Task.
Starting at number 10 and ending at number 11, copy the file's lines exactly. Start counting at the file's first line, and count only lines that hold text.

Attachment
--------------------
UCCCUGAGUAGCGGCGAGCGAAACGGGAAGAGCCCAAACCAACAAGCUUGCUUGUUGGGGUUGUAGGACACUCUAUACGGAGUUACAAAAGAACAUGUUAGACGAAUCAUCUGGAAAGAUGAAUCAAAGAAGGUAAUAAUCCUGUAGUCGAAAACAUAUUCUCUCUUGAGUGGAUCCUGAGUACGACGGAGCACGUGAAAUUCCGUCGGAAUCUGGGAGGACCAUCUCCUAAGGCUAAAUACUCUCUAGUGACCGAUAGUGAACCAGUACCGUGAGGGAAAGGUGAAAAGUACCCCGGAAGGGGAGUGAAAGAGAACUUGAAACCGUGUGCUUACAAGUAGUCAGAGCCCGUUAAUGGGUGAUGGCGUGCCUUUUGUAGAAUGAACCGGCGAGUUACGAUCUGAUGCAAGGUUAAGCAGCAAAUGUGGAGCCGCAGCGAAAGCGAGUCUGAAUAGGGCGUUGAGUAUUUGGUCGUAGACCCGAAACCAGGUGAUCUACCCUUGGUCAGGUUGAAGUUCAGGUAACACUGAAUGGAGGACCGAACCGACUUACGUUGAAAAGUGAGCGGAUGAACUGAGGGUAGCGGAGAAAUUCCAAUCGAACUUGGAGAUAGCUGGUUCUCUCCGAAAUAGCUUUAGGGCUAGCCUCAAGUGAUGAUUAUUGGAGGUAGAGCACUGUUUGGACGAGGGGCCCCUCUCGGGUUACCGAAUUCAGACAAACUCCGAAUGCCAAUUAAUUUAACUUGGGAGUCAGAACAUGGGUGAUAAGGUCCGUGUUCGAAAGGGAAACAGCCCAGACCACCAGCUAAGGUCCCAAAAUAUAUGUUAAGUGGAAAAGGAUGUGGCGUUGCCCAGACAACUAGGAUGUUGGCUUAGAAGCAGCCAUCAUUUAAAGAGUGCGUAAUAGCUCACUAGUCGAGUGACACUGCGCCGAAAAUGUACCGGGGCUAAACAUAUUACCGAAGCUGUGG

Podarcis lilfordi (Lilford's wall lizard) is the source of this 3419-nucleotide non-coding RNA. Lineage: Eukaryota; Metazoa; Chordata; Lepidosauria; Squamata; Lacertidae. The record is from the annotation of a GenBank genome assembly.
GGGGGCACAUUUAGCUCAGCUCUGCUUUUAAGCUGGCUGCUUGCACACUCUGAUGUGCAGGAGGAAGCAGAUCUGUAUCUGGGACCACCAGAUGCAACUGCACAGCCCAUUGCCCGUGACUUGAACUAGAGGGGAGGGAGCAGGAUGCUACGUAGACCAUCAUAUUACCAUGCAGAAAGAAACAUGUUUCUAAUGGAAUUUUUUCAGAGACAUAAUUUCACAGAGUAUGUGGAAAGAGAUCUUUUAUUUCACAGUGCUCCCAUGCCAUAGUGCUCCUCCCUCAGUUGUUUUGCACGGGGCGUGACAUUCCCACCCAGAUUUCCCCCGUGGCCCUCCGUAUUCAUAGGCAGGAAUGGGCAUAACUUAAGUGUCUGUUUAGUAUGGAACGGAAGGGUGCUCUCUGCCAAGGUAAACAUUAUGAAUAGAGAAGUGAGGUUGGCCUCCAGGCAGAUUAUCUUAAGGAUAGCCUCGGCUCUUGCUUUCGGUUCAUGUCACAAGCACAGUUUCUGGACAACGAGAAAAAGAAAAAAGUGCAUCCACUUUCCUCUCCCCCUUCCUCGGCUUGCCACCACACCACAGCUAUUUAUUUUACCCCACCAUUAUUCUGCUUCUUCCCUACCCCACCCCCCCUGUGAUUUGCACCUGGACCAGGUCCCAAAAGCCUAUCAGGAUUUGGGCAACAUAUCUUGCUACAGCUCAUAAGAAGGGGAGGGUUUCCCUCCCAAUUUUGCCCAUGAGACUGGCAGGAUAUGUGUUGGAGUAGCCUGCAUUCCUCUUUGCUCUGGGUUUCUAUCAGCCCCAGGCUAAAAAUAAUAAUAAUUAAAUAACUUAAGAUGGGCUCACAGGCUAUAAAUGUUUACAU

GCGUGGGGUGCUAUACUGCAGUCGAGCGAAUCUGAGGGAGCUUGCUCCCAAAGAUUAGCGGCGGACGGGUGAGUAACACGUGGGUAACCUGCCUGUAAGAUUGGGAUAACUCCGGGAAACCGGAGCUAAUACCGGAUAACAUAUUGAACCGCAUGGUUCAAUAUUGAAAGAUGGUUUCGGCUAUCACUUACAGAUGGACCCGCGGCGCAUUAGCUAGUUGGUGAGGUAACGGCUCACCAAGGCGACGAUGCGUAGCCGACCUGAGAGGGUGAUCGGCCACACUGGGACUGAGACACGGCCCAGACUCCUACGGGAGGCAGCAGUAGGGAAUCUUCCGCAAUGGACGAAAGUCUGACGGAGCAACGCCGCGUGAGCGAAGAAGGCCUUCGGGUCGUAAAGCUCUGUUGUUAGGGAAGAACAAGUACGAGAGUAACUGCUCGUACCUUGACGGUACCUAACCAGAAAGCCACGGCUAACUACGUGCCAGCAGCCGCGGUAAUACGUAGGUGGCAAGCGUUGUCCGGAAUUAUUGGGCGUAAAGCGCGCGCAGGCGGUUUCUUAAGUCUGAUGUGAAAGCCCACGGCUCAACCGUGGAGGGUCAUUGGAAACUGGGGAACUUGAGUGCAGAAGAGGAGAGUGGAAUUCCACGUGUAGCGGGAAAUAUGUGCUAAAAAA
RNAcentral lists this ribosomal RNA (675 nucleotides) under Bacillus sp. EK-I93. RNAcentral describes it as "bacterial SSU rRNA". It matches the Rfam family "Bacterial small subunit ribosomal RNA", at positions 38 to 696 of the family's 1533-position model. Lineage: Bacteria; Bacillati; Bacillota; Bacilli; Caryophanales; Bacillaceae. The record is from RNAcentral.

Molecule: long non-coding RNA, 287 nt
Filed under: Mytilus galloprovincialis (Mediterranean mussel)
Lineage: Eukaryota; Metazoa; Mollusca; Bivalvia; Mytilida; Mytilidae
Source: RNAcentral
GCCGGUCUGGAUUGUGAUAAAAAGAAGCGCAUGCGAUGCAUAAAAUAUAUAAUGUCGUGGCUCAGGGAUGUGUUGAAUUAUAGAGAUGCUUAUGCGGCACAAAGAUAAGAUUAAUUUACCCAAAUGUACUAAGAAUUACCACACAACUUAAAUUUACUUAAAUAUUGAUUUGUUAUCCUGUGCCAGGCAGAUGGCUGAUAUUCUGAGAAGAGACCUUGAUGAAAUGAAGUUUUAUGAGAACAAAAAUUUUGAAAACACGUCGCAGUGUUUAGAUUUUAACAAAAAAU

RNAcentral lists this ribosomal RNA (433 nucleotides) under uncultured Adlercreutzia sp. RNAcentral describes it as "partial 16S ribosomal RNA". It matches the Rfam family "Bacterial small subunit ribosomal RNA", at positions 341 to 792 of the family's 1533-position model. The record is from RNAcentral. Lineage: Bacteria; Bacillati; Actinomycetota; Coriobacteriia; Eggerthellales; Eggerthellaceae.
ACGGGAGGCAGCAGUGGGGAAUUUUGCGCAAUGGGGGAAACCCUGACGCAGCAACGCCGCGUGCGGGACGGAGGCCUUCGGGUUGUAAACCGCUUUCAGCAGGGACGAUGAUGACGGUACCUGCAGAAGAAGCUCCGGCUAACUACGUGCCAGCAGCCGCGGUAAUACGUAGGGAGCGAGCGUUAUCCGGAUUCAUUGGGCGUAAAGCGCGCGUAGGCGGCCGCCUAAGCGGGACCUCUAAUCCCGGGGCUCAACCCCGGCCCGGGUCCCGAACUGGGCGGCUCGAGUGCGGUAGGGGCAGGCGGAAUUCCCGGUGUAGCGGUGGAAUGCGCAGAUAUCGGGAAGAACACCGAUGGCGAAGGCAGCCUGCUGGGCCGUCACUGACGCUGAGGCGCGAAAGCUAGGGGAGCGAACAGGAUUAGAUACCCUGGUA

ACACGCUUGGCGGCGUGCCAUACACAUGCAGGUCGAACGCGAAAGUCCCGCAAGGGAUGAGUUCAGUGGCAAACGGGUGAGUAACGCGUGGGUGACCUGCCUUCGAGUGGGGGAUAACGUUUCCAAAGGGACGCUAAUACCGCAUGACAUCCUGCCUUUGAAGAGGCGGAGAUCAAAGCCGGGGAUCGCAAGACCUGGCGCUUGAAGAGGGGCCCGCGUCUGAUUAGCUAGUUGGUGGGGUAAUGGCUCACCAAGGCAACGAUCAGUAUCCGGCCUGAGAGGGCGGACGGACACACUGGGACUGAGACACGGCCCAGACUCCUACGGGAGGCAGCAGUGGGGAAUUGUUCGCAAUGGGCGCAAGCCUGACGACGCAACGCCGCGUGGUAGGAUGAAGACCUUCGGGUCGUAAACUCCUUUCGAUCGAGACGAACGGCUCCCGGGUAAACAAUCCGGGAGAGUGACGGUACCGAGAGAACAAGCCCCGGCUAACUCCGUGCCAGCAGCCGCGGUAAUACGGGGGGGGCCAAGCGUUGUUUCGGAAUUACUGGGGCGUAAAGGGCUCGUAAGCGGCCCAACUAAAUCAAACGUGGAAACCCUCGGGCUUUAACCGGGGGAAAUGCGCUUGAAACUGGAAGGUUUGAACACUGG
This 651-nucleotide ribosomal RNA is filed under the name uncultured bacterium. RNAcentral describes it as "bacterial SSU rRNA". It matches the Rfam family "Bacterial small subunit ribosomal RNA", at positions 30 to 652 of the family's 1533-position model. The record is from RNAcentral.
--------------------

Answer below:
GCCGGUCUGGAUUGUGAUAAAAAGAAGCGCAUGCGAUGCAUAAAAUAUAUAAUGUCGUGGCUCAGGGAUGUGUUGAAUUAUAGAGAUGCUUAUGCGGCACAAAGAUAAGAUUAAUUUACCCAAAUGUACUAAGAAUUACCACACAACUUAAAUUUACUUAAAUAUUGAUUUGUUAUCCUGUGCCAGGCAGAUGGCUGAUAUUCUGAGAAGAGACCUUGAUGAAAUGAAGUUUUAUGAGAACAAAAAUUUUGAAAACACGUCGCAGUGUUUAGAUUUUAACAAAAAAU

RNAcentral lists this ribosomal RNA (433 nucleotides) under uncultured Adlercreutzia sp. RNAcentral describes it as "partial 16S ribosomal RNA". It matches the Rfam family "Bacterial small subunit ribosomal RNA", at positions 341 to 792 of the family's 1533-position model. The record is from RNAcentral. Lineage: Bacteria; Bacillati; Actinomycetota; Coriobacteriia; Eggerthellales; Eggerthellaceae.